Wednesday, June 07, 2006

We DO need some education

I wonder, what did they call the classes where you were supposed to do physical activities? Mine were often called "physical education", but I can't think of one time I ever was educated in them. The first time I ever played flag football, the other kids told me to play "safety" (the 'teacher' just said, "you're playing flag footabll today"), but nobody would explain to me what that was; the most advice I got was, "Stay in the back and try to grab somebody's flag if they have a ball." I was 26 before I learned the offsides rule in soccer (known everywhere else as football). Nowhere did anyone ever teach a sport; it was always assumed that everybody knew how to play it already, even a "weird" one like field hockey (at least, to a kid growing up in rural Appalachia, field hockey is a weird sport).

I hated gym class, by whatever name it was called, as a kid, but I think I might have liked it better if someone had actually tried to teach something, instead of having everybody run around and just do something.

Thoughts of sports

I was thinking today of the time when I played Little League as a child, and the transition from T-ball, where the baseball sits on a nice stationary stand, a little over waist-high, and you know exactly where it is, and how to hit it, and even have a reasonable guess as to where it's going, to where the other team starts pitching to you. I had very poor vision (still do), and so I had really poor depth perception as a kid (heck, it's no better *now*). As a consequence, my hand-eye co-ordination was atrocious (except for videogames, but I mostly started playing those after I got glasses).

No matter how hard I tried (or my dad tried), I could not convince myself that the pitcher was not going to hit me with the ball. He was throwing it in my general direction, and I knew if *I* was throwing the ball, there'd be at least an 80% chance it wouldn't go anywhere near where I was aiming. Every time somebody pitched a ball at me, I ducked. I think I may have lasted an entire week after we started getting pitched at.

Even now, I'm terrible at most sports that involve throwing something, though I can essay a passable spiral with a football if somebody held a gun to my head. I'm really worried about if any of my kids (I don't have any yet, but I'm getting married in a couple of months, and so
these thoughts do pop up) get interested in sports, because I actively avoided them as a kid, and as a consequence, I know almost nothing about any of them. I think I was 26 before somebody finally explained the offsides rule in soccer, and while I can explain the icing rule in
hockey, I'm still a bit hazy on the reason for it.

Tuesday, June 06, 2006

TV is your friend... you love TV...

I completely agree with The Smallholder about the insidiousness of TV. I finally broke down last year and got cable, and then built myself a TiVO clone, at which point I found out that there is just too darn much TV I will watch out there. And a surprisingly high proportion of it is good. Given the choice, I will watch:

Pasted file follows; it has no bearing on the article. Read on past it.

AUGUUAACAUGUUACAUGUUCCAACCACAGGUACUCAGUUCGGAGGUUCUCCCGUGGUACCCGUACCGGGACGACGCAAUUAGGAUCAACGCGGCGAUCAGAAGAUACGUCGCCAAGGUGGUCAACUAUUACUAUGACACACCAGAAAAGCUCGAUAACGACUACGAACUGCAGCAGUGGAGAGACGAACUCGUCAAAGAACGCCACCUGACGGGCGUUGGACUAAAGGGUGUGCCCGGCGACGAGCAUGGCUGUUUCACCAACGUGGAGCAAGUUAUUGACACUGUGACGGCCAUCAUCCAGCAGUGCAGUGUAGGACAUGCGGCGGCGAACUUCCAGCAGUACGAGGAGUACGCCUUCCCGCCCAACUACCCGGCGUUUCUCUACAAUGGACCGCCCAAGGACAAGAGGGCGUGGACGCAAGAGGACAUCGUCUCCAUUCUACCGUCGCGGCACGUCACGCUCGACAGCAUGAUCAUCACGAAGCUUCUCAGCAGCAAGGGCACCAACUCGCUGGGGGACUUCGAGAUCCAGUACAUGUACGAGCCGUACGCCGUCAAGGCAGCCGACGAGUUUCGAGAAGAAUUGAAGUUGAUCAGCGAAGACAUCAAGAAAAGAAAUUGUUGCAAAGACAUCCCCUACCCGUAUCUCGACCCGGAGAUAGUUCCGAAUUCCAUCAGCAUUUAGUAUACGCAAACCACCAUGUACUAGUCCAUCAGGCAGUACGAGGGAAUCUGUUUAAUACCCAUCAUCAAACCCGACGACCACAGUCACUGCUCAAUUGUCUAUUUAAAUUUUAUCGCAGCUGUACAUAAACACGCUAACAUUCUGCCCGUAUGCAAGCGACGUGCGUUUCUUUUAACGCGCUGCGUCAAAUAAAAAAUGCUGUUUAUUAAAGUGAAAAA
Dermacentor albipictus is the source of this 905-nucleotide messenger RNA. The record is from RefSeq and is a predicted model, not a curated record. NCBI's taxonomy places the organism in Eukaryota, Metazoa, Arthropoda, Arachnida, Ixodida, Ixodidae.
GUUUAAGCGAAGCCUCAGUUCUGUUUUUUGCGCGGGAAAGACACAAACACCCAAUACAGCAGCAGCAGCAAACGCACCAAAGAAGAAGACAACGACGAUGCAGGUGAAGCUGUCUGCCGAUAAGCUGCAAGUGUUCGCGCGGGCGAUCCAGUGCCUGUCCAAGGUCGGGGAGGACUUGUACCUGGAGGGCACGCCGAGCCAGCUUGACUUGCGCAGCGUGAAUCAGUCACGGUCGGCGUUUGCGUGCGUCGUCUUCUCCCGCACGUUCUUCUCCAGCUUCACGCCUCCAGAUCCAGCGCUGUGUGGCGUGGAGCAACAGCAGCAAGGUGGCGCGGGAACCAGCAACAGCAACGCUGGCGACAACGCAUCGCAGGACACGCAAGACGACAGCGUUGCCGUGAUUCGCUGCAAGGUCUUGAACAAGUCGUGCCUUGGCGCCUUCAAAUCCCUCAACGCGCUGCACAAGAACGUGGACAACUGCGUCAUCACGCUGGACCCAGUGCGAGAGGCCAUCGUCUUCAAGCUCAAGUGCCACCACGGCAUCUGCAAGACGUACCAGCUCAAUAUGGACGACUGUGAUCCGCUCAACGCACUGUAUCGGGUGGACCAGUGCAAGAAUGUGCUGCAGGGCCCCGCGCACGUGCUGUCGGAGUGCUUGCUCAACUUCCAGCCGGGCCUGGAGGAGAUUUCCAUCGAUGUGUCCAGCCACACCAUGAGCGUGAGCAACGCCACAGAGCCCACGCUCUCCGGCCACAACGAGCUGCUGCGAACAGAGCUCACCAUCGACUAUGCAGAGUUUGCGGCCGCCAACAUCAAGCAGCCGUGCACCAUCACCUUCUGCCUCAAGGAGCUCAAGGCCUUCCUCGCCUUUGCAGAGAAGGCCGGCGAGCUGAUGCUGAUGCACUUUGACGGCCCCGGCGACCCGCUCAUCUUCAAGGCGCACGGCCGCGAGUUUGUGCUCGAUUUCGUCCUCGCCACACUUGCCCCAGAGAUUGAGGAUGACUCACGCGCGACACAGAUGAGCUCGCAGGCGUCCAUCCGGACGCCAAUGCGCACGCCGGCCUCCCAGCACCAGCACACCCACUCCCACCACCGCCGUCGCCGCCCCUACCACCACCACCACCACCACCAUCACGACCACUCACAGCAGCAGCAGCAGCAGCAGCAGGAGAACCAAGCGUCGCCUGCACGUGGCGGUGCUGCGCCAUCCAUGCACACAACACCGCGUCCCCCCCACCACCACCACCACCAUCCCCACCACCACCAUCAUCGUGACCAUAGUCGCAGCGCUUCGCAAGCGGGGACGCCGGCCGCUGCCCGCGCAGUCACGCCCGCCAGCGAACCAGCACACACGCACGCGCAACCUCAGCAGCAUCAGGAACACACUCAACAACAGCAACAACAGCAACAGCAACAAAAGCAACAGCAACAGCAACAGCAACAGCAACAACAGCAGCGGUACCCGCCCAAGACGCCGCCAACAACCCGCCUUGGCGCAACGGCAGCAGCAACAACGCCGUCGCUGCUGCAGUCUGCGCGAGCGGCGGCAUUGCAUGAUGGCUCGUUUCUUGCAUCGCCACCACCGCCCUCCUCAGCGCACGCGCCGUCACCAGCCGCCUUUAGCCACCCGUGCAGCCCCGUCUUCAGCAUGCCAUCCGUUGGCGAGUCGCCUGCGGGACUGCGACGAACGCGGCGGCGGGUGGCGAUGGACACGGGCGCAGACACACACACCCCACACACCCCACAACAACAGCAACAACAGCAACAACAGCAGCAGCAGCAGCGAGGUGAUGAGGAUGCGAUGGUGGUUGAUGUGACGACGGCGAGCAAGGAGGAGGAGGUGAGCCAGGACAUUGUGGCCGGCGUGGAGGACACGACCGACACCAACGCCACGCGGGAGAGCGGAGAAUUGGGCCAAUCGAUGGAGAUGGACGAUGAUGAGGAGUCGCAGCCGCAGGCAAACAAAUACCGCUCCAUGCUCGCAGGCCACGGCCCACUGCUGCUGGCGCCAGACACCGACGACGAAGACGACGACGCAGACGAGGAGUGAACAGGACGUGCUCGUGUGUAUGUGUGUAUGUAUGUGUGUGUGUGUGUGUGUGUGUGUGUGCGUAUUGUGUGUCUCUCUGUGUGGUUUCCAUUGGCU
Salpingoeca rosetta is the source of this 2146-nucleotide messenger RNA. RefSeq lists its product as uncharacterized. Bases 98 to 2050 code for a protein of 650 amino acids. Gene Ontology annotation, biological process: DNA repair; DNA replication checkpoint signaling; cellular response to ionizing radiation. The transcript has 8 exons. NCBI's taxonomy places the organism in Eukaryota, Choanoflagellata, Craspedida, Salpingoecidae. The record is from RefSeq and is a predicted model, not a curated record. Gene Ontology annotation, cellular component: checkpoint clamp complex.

1. Any show where somebody builds something:

    1. Motorcycle-building shows

    2. House-building shows

    3. Major engineering project documentaries

    4. Monster Garage. Because damn. Seriously.

  2. Any show involving power tools. especially if women are wielding them. This overlaps category A) above, but also includes:

    1. Home remodeling shows

    2. Home decorating shows

  3. Any show which features large, heavy equipment requiring more gallons of gasoline per minute than my car uses in an entire year.

  4. Any show where the cast could conceivably die.

  5. Mythbusters

  6. Almost anything animated, especially:

    1. Avatar, the Last Airbender

    2. Foster's home for imaginary friends

    3. Codename: Kids Next Door

    4. (God help me) American Dragon: Jake Long

    5. Ghost in the Shell: Standalone Complex

This is the problem: there is way too much good stuff on TV now, and there is even more stuff I want to watch, and further more that I will watch anyway. I found that trying to do so meant only that I got nothing done that I actually wanted to do-- learning woodworking and cabinetmaking, for instance, or practising music, or learning to operate the ridiculously expensive home recording equipment I bought a few years back. In other words, I was sacrificing my life, just so I could watch TV.

As a consequence, in my new house, we are not only not getting cable, or satellite, or HDTV (except perhaps in display-only mode), we are actively eschewing TV as anything other than a DVD playback mechanism. As my fiancee and I both have Netflix, that's a great rate-limiter-- we can never have more than 3 DVDs at a time to watch, so there's a lot of time that we can both use to devote to our hobbies and interests. In other words, to have a life.

Note: I'm not saying TV sucks-- quite the opposite: I'm saying I'm weak. If it's there, I will watch it, so the only alternative that gives me any chance at life is to not allow it there, or to severely restrict it. This doesn't mean that watching TV is evil; it's just not the choice I'm making.